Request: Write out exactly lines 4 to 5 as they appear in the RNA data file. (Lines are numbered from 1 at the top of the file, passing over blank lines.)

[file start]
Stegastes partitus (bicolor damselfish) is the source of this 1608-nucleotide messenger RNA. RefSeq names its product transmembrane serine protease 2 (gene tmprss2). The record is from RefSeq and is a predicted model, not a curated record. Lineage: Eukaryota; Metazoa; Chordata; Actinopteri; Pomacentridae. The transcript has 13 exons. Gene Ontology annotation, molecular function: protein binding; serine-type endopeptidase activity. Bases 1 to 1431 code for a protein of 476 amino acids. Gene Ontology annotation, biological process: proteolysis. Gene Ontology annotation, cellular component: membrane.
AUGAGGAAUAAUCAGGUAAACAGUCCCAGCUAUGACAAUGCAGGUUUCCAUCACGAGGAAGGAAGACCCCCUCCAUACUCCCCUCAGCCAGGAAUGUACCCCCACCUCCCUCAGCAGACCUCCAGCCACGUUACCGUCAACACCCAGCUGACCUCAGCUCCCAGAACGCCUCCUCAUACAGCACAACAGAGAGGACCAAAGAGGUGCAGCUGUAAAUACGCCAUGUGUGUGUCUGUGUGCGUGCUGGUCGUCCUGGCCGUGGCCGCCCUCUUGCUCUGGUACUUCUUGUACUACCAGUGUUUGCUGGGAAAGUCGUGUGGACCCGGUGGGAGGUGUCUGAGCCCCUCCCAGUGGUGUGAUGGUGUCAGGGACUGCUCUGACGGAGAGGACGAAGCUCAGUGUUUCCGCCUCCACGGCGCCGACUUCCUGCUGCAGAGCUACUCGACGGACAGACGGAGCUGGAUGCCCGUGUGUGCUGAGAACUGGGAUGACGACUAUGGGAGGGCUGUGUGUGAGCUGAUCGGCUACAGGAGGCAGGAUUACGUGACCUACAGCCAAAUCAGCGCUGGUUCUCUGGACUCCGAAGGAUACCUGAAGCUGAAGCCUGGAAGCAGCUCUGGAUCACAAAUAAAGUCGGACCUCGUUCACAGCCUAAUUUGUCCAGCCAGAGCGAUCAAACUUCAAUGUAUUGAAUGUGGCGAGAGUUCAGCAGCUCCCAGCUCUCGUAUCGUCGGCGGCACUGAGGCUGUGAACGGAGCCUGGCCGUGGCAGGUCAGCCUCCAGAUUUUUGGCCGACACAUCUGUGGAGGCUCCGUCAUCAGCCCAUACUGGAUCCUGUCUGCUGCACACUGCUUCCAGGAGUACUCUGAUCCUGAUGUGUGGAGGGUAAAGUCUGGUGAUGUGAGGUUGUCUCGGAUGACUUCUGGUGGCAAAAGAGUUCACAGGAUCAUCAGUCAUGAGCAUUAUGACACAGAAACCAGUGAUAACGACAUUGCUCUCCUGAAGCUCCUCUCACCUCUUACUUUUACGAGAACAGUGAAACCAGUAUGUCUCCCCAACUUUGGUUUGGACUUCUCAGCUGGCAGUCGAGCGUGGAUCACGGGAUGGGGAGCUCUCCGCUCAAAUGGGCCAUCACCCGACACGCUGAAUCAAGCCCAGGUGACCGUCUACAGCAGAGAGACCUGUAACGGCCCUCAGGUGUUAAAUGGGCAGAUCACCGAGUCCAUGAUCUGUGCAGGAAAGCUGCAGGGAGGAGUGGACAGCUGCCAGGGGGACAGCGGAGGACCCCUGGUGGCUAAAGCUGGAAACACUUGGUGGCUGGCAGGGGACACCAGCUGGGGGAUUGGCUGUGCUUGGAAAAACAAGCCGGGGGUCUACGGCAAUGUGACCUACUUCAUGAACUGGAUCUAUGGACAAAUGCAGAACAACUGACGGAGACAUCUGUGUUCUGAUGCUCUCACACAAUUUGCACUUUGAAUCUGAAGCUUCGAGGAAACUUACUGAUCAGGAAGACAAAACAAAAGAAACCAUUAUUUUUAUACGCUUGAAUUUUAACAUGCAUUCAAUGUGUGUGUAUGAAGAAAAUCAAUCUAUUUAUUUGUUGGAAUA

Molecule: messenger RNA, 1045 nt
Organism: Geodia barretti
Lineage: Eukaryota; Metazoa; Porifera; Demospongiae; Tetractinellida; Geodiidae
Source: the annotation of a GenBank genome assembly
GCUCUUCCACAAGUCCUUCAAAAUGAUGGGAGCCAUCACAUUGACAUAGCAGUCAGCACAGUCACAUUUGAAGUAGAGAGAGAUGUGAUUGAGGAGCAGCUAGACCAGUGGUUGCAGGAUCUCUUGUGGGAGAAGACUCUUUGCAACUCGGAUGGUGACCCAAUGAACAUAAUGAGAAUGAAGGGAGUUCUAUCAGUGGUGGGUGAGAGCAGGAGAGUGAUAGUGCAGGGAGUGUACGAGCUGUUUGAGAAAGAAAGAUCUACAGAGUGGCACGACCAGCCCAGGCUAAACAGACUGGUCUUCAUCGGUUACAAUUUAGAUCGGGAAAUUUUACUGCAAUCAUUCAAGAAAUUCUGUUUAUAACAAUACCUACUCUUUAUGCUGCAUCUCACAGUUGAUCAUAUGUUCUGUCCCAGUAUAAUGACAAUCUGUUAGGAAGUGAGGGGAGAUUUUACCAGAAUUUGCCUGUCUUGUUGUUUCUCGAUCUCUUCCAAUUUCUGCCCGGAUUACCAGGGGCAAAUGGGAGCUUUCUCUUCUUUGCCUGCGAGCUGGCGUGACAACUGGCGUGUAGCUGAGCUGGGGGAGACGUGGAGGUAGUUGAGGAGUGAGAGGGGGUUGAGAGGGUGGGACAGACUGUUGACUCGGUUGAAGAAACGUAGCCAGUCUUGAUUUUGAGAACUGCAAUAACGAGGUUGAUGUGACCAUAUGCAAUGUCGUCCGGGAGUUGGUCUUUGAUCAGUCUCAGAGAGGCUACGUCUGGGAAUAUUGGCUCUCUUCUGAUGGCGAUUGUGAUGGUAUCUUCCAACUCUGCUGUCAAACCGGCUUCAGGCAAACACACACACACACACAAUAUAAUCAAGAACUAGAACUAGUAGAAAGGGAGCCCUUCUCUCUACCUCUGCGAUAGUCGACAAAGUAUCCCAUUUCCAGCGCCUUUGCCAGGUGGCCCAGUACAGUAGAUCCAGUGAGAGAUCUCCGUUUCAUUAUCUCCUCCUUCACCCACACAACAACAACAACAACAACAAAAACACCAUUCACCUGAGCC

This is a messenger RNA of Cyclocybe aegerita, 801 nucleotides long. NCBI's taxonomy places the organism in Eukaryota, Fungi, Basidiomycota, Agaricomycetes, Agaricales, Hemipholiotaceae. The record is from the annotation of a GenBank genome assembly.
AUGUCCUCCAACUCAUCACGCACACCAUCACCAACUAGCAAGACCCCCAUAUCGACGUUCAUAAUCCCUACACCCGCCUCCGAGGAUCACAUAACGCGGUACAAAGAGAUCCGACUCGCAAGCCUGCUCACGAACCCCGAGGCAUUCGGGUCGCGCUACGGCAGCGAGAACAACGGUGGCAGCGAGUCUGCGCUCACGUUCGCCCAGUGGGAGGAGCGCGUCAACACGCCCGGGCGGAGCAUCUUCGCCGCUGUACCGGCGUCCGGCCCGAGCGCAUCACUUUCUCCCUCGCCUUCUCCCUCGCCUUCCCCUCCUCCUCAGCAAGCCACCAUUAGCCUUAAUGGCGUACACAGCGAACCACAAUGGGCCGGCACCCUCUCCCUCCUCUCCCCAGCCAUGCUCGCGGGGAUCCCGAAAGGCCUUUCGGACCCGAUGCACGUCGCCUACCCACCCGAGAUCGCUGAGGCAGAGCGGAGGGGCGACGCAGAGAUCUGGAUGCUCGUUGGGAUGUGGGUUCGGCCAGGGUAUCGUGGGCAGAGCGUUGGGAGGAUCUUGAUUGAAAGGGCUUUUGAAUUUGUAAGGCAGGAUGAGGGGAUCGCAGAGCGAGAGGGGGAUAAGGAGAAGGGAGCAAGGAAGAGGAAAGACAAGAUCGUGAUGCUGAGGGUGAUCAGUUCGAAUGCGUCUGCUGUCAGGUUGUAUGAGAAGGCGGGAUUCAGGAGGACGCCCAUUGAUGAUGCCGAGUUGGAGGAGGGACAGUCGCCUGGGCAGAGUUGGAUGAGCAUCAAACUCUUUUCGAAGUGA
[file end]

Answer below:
Organism: Geodia barretti
Lineage: Eukaryota; Metazoa; Porifera; Demospongiae; Tetractinellida; Geodiidae